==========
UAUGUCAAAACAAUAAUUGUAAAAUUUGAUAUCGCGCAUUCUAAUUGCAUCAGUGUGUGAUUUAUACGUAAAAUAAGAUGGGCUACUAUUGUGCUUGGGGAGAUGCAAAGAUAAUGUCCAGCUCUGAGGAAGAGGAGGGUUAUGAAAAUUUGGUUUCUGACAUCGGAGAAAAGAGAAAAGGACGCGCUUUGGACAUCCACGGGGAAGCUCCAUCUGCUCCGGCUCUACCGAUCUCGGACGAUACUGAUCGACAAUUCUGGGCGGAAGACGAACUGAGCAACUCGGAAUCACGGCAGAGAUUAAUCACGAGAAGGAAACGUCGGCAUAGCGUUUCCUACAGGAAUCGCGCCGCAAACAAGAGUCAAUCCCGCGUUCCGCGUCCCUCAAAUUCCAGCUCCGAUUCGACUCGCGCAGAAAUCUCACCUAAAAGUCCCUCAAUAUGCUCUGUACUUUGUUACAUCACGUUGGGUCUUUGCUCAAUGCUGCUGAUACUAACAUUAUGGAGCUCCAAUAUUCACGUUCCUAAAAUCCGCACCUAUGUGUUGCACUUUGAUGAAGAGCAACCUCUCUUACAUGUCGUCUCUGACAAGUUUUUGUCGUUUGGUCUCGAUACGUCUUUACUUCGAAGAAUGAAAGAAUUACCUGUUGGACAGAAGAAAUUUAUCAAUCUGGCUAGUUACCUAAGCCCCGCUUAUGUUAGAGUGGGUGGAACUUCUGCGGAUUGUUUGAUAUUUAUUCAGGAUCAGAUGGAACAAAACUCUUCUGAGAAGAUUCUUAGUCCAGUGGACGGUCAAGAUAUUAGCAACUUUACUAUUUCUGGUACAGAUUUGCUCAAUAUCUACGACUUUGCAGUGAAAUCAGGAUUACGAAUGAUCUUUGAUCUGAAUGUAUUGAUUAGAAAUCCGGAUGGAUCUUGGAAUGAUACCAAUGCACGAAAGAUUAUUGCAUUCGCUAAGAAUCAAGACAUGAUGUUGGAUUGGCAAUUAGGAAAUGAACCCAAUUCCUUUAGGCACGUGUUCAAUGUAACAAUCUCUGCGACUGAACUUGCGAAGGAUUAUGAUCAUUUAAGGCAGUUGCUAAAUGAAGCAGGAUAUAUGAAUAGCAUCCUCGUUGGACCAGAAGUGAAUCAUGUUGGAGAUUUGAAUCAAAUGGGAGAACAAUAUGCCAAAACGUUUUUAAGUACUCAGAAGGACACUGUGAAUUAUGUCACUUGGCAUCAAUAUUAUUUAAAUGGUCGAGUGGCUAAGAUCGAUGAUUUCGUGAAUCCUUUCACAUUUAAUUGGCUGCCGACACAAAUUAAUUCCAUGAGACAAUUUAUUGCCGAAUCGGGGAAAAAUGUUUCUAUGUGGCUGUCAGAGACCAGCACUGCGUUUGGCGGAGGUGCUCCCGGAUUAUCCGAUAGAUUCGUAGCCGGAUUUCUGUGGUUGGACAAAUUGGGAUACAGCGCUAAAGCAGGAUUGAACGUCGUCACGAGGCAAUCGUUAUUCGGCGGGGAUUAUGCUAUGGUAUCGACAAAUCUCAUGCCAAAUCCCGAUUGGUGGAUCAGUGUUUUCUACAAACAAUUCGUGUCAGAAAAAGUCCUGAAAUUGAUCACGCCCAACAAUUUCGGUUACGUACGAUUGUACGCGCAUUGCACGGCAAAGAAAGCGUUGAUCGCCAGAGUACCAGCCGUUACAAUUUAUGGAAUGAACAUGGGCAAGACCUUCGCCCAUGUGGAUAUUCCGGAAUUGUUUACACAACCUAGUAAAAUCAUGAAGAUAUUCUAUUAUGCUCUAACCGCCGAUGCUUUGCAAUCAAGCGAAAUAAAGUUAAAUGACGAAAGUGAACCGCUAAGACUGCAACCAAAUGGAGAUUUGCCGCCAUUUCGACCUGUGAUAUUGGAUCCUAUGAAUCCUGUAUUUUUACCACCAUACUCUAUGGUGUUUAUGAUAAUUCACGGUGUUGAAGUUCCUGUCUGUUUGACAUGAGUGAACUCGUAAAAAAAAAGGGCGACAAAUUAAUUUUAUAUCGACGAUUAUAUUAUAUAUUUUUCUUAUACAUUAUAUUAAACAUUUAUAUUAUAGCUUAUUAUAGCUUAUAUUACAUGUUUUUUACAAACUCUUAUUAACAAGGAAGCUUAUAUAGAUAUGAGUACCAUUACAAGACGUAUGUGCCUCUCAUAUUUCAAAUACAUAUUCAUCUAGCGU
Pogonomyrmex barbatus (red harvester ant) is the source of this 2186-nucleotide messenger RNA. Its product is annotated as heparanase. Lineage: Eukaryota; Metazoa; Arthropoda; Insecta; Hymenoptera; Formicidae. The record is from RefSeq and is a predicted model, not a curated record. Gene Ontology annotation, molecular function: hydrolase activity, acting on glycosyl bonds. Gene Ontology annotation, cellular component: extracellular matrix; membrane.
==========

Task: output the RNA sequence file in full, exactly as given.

UAUGUCAAAACAAUAAUUGUAAAAUUUGAUAUCGCGCAUUCUAAUUGCAUCAGUGUGUGAUUUAUACGUAAAAUAAGAUGGGCUACUAUUGUGCUUGGGGAGAUGCAAAGAUAAUGUCCAGCUCUGAGGAAGAGGAGGGUUAUGAAAAUUUGGUUUCUGACAUCGGAGAAAAGAGAAAAGGACGCGCUUUGGACAUCCACGGGGAAGCUCCAUCUGCUCCGGCUCUACCGAUCUCGGACGAUACUGAUCGACAAUUCUGGGCGGAAGACGAACUGAGCAACUCGGAAUCACGGCAGAGAUUAAUCACGAGAAGGAAACGUCGGCAUAGCGUUUCCUACAGGAAUCGCGCCGCAAACAAGAGUCAAUCCCGCGUUCCGCGUCCCUCAAAUUCCAGCUCCGAUUCGACUCGCGCAGAAAUCUCACCUAAAAGUCCCUCAAUAUGCUCUGUACUUUGUUACAUCACGUUGGGUCUUUGCUCAAUGCUGCUGAUACUAACAUUAUGGAGCUCCAAUAUUCACGUUCCUAAAAUCCGCACCUAUGUGUUGCACUUUGAUGAAGAGCAACCUCUCUUACAUGUCGUCUCUGACAAGUUUUUGUCGUUUGGUCUCGAUACGUCUUUACUUCGAAGAAUGAAAGAAUUACCUGUUGGACAGAAGAAAUUUAUCAAUCUGGCUAGUUACCUAAGCCCCGCUUAUGUUAGAGUGGGUGGAACUUCUGCGGAUUGUUUGAUAUUUAUUCAGGAUCAGAUGGAACAAAACUCUUCUGAGAAGAUUCUUAGUCCAGUGGACGGUCAAGAUAUUAGCAACUUUACUAUUUCUGGUACAGAUUUGCUCAAUAUCUACGACUUUGCAGUGAAAUCAGGAUUACGAAUGAUCUUUGAUCUGAAUGUAUUGAUUAGAAAUCCGGAUGGAUCUUGGAAUGAUACCAAUGCACGAAAGAUUAUUGCAUUCGCUAAGAAUCAAGACAUGAUGUUGGAUUGGCAAUUAGGAAAUGAACCCAAUUCCUUUAGGCACGUGUUCAAUGUAACAAUCUCUGCGACUGAACUUGCGAAGGAUUAUGAUCAUUUAAGGCAGUUGCUAAAUGAAGCAGGAUAUAUGAAUAGCAUCCUCGUUGGACCAGAAGUGAAUCAUGUUGGAGAUUUGAAUCAAAUGGGAGAACAAUAUGCCAAAACGUUUUUAAGUACUCAGAAGGACACUGUGAAUUAUGUCACUUGGCAUCAAUAUUAUUUAAAUGGUCGAGUGGCUAAGAUCGAUGAUUUCGUGAAUCCUUUCACAUUUAAUUGGCUGCCGACACAAAUUAAUUCCAUGAGACAAUUUAUUGCCGAAUCGGGGAAAAAUGUUUCUAUGUGGCUGUCAGAGACCAGCACUGCGUUUGGCGGAGGUGCUCCCGGAUUAUCCGAUAGAUUCGUAGCCGGAUUUCUGUGGUUGGACAAAUUGGGAUACAGCGCUAAAGCAGGAUUGAACGUCGUCACGAGGCAAUCGUUAUUCGGCGGGGAUUAUGCUAUGGUAUCGACAAAUCUCAUGCCAAAUCCCGAUUGGUGGAUCAGUGUUUUCUACAAACAAUUCGUGUCAGAAAAAGUCCUGAAAUUGAUCACGCCCAACAAUUUCGGUUACGUACGAUUGUACGCGCAUUGCACGGCAAAGAAAGCGUUGAUCGCCAGAGUACCAGCCGUUACAAUUUAUGGAAUGAACAUGGGCAAGACCUUCGCCCAUGUGGAUAUUCCGGAAUUGUUUACACAACCUAGUAAAAUCAUGAAGAUAUUCUAUUAUGCUCUAACCGCCGAUGCUUUGCAAUCAAGCGAAAUAAAGUUAAAUGACGAAAGUGAACCGCUAAGACUGCAACCAAAUGGAGAUUUGCCGCCAUUUCGACCUGUGAUAUUGGAUCCUAUGAAUCCUGUAUUUUUACCACCAUACUCUAUGGUGUUUAUGAUAAUUCACGGUGUUGAAGUUCCUGUCUGUUUGACAUGAGUGAACUCGUAAAAAAAAAGGGCGACAAAUUAAUUUUAUAUCGACGAUUAUAUUAUAUAUUUUUCUUAUACAUUAUAUUAAACAUUUAUAUUAUAGCUUAUUAUAGCUUAUAUUACAUGUUUUUUACAAACUCUUAUUAACAAGGAAGCUUAUAUAGAUAUGAGUACCAUUACAAGACGUAUGUGCCUCUCAUAUUUCAAAUACAUAUUCAUCUAGCGU
Pogonomyrmex barbatus (red harvester ant) is the source of this 2186-nucleotide messenger RNA. Its product is annotated as heparanase. Lineage: Eukaryota; Metazoa; Arthropoda; Insecta; Hymenoptera; Formicidae. The record is from RefSeq and is a predicted model, not a curated record. Gene Ontology annotation, molecular function: hydrolase activity, acting on glycosyl bonds. Gene Ontology annotation, cellular component: extracellular matrix; membrane.